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Kuester Explains Kwame's Benching; Wallace Explains Kwame's Career

I almost made this a FanShot instead of an actual post so it didn't get blown out of proportion, but the more I think about it, the more worthy of discussion I think this is. Kwame Brown, penciled in as a starter before the start of the season, has essentially fallen out of the rotation. What's the secret to his getting more PT? Playing better defense, says John Kuester. From the Detroit News:

"Our biggest concern and I have discussed it with him is defense," Kuester said. "We have to make sure he continually plays the consistent defense that I want to in the scheme. That is pick-and-roll, high pick-and-roll. Just making sure he knows."

If Brown didn't know, he knows now. That is why he laughed when Kuester's words were relayed to him.

"Listen, man, I don't want something to be flared up on what I say," Brown said. "I will do what the coach says in order to get better, although that is a first because there is one thing I do bring to the table and that is defense. That's the first time I heard that. It's the first time a coach said I don't play defense. But like I said, I will learn to play the defense he wants me to play."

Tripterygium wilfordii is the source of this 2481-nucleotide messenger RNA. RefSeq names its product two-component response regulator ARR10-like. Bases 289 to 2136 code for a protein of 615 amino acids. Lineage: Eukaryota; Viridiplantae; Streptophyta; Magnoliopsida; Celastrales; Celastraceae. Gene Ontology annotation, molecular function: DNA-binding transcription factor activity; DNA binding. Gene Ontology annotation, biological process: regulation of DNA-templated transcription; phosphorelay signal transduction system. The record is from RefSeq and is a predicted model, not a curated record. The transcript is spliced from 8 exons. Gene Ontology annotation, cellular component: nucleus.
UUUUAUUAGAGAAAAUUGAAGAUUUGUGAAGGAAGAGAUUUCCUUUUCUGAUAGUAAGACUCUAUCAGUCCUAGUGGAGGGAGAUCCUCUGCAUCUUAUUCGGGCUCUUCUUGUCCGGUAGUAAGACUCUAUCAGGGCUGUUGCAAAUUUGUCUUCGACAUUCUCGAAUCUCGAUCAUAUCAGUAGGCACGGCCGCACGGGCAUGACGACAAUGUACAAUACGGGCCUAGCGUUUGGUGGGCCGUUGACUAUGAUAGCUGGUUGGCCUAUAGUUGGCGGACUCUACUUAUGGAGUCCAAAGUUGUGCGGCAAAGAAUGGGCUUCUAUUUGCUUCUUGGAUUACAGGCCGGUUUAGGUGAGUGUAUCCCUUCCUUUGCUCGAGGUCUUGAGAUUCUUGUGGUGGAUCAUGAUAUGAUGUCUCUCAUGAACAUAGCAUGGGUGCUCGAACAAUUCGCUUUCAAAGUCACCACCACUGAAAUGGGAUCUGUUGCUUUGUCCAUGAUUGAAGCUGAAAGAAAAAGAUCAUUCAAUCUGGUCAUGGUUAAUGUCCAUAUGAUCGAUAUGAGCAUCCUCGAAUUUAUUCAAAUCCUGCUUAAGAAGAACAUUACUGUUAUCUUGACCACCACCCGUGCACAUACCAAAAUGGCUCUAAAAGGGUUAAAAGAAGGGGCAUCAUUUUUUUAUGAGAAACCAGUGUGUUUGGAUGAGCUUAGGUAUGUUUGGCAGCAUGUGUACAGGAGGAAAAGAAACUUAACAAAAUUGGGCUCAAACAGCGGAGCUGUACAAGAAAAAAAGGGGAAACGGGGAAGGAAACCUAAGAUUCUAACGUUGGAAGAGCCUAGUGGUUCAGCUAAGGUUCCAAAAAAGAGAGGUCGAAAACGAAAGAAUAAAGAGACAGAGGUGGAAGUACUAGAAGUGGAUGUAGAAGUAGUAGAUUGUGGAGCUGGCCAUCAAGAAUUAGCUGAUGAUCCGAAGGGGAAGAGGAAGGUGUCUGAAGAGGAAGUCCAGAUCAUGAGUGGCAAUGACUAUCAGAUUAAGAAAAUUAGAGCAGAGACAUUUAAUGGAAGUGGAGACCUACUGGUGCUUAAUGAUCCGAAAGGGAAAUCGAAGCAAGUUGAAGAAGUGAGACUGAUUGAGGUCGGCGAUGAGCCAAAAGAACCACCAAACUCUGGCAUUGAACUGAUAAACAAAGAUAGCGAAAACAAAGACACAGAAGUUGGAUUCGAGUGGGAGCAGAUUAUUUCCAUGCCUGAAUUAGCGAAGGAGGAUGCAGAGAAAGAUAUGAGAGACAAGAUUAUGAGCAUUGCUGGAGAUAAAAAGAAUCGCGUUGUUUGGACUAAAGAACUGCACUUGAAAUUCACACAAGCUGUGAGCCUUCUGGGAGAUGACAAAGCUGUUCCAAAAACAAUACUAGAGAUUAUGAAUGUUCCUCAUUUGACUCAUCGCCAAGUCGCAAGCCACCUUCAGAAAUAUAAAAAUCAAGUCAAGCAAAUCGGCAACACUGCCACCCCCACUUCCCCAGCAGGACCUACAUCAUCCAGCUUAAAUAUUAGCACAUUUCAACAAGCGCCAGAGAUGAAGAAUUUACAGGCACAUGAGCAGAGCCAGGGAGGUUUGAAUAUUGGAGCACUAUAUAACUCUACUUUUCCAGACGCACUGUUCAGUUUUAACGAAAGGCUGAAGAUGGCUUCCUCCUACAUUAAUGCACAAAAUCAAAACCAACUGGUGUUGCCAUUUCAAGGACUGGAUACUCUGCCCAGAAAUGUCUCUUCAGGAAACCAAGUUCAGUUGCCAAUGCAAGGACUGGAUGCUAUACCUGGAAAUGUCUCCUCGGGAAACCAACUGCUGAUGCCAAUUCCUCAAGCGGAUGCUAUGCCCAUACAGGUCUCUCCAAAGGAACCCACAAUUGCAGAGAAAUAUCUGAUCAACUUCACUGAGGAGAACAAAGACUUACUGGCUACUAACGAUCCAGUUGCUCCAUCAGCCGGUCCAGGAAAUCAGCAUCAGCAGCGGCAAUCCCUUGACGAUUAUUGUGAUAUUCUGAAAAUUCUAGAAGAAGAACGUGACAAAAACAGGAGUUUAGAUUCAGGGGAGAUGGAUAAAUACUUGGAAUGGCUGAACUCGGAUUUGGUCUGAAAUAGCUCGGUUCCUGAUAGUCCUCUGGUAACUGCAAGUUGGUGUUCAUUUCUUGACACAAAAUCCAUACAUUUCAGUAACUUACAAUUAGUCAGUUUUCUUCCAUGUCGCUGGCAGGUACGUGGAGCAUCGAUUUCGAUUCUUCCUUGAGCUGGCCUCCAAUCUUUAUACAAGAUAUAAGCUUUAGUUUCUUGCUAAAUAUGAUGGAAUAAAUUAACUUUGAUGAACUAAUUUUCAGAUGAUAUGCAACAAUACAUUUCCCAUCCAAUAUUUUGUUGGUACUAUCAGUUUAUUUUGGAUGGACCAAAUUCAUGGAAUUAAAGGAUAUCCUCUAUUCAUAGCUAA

Given the recent suggestions that the Pistons are already starting to tune Kuester out, the fact Brown laughed off Kuester's feedback (even while promising to take it seriously) was a little disconcerting -- although, to be honest, not more so than the fact Brown was so nonchalant about his lack of PT (during a contract year, no less) in the first place. Ben Wallace seemed to call Brown out on that last point:

Some of his teammates said they don't understand why Brown sits. But Wallace said Brown needs more hunger.

"Without a doubt he can contribute," Wallace said. "But he got to want it. He's got to be hungry, man. For me to say you got to do this and do, that's pointless. You got to want it. Look, man, when you go out there, you got to do what you got to do. If you go out there and are making the same mistakes the starters are making, then you don't need to be out there."

I like Brown -- he's affable in the locker room, useful on occasion on the court -- but I'll be damned if Wallace didn't just sum up his entire career.